Bittersweet Symphony

Band Together, a local orchestra that performs for free, does much more than represent the gay and lesbian musical community

Reynolds sums up the general sentiment of Band Together: "We just want you to come hear us. If you decide to support us, that's your decision."

Band Together directors Jeff Girard and Gary Reynolds
Jennifer Silverberg
Band Together directors Jeff Girard and Gary Reynolds


Concert at 8 p.m. Saturday, March 30; the event is free, but donations are greatly appreciated.
Missouri History Museum Auditorium in Forest Park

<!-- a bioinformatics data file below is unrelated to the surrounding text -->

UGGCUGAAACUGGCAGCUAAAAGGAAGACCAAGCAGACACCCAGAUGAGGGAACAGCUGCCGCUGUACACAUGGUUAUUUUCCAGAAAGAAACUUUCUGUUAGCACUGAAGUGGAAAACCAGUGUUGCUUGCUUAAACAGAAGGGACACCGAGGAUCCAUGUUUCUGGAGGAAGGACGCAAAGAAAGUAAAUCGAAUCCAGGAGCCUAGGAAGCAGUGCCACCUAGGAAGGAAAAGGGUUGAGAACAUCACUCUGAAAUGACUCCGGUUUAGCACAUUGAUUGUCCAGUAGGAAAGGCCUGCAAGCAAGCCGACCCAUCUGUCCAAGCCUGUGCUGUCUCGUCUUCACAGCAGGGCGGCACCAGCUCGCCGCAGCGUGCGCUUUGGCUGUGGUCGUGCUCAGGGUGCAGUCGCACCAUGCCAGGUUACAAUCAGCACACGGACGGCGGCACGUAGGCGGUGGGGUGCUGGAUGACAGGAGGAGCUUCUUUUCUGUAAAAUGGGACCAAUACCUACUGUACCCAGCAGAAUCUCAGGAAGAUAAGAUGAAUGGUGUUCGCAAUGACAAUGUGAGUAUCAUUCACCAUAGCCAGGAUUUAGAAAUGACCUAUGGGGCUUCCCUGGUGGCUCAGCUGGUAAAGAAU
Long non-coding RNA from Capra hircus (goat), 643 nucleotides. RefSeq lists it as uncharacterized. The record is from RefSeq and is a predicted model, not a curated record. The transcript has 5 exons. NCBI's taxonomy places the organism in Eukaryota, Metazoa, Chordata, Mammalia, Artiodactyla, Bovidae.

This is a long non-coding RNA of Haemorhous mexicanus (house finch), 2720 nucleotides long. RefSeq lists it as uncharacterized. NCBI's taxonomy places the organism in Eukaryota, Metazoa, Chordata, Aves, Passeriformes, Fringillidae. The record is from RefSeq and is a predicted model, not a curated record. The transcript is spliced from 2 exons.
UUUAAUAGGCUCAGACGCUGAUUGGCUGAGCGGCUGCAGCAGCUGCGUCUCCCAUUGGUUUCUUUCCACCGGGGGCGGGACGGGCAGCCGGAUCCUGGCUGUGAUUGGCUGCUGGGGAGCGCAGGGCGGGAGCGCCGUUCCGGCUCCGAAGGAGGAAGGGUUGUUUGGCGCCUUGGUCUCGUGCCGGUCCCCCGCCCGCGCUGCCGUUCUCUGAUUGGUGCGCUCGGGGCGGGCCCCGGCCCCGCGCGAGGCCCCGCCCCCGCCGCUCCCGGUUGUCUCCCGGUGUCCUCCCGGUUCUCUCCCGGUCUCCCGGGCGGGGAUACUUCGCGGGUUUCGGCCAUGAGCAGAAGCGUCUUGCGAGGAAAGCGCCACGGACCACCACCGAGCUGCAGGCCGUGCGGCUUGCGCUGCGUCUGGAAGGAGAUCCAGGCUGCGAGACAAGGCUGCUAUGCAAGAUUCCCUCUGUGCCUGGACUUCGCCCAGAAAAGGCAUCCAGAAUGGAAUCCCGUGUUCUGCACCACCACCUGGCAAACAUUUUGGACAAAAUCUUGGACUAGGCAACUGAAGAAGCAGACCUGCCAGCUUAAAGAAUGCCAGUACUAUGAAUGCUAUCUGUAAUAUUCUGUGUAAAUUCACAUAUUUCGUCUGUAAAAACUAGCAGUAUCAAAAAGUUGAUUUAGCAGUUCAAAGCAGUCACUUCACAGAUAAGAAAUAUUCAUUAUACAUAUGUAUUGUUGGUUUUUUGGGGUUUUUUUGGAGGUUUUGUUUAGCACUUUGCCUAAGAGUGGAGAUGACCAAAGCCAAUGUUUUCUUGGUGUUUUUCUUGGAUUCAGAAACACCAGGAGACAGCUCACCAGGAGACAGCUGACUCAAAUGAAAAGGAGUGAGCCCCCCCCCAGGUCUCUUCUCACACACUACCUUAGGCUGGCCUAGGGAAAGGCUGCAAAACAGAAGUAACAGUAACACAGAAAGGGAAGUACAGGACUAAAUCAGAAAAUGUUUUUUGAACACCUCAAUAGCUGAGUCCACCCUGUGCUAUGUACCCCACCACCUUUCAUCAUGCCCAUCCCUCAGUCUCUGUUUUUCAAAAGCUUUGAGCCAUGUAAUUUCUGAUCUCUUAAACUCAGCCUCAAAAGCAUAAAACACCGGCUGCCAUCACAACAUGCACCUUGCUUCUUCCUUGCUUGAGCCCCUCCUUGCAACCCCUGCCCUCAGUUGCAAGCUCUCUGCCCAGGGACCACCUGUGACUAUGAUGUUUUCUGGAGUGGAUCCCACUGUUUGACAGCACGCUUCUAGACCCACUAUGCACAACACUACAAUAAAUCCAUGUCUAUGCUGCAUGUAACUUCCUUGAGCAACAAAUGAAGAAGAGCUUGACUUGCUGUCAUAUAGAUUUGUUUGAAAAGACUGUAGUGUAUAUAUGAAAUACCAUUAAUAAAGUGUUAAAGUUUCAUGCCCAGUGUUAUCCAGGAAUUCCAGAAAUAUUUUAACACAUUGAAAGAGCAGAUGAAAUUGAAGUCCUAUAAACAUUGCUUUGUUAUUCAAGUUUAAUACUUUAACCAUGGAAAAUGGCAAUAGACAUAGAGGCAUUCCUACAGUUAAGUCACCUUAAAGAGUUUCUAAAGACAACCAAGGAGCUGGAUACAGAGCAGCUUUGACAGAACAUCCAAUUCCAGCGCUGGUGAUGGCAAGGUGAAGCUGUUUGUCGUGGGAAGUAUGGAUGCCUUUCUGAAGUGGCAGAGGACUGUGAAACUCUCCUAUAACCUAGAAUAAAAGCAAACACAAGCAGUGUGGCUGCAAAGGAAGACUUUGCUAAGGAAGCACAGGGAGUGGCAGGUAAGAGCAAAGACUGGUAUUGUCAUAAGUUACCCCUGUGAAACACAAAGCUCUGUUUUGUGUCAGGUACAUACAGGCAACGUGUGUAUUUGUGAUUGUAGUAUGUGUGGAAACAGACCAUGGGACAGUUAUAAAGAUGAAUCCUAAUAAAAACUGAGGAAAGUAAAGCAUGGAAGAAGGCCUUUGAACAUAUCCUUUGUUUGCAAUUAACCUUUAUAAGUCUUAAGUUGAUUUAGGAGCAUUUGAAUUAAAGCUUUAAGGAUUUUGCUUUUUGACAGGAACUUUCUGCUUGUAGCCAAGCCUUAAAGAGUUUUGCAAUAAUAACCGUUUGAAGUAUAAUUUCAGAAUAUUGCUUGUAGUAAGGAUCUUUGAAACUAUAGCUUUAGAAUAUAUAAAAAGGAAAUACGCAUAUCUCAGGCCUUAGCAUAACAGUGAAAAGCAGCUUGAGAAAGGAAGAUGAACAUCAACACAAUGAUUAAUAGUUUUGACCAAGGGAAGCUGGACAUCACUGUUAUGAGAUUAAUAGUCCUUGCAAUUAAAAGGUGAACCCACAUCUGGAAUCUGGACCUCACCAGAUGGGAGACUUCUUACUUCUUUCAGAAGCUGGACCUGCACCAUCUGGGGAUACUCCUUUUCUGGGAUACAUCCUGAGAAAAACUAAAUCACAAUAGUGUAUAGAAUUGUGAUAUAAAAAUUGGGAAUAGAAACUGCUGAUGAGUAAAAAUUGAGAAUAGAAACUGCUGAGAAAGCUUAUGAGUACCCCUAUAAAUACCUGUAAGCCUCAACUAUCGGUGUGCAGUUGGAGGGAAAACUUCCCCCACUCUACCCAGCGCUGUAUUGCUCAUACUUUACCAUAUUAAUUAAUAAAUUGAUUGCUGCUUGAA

This shared belief in bringing free music to the people underscores Band Together's importance not just to St. Louis' gay and lesbian community but to the music community as a whole. Band Together consists of people with jobs and families and myriad other responsibilities who still make time to make music -- simply because they love it. As schools continue to cut music programs from their curricula because they're considered nonessential, fewer people will be capable of forming community bands. It's sad to think we're fostering a nation of children who will never be able to navigate the celestial majesty of Holst, summon the divine passion of Bach or revel in the matinée menace of Williams' "Imperial March." Anyone who witnesses a stageful of people surpassing themselves to unite 300 strangers in the bombastic patriotism of "The Stars and Stripes Forever" can never believe that music is nonessential. Band Together is proof that music can be a lifelong passion, one that's as rewarding for the listener as it is for the performer.

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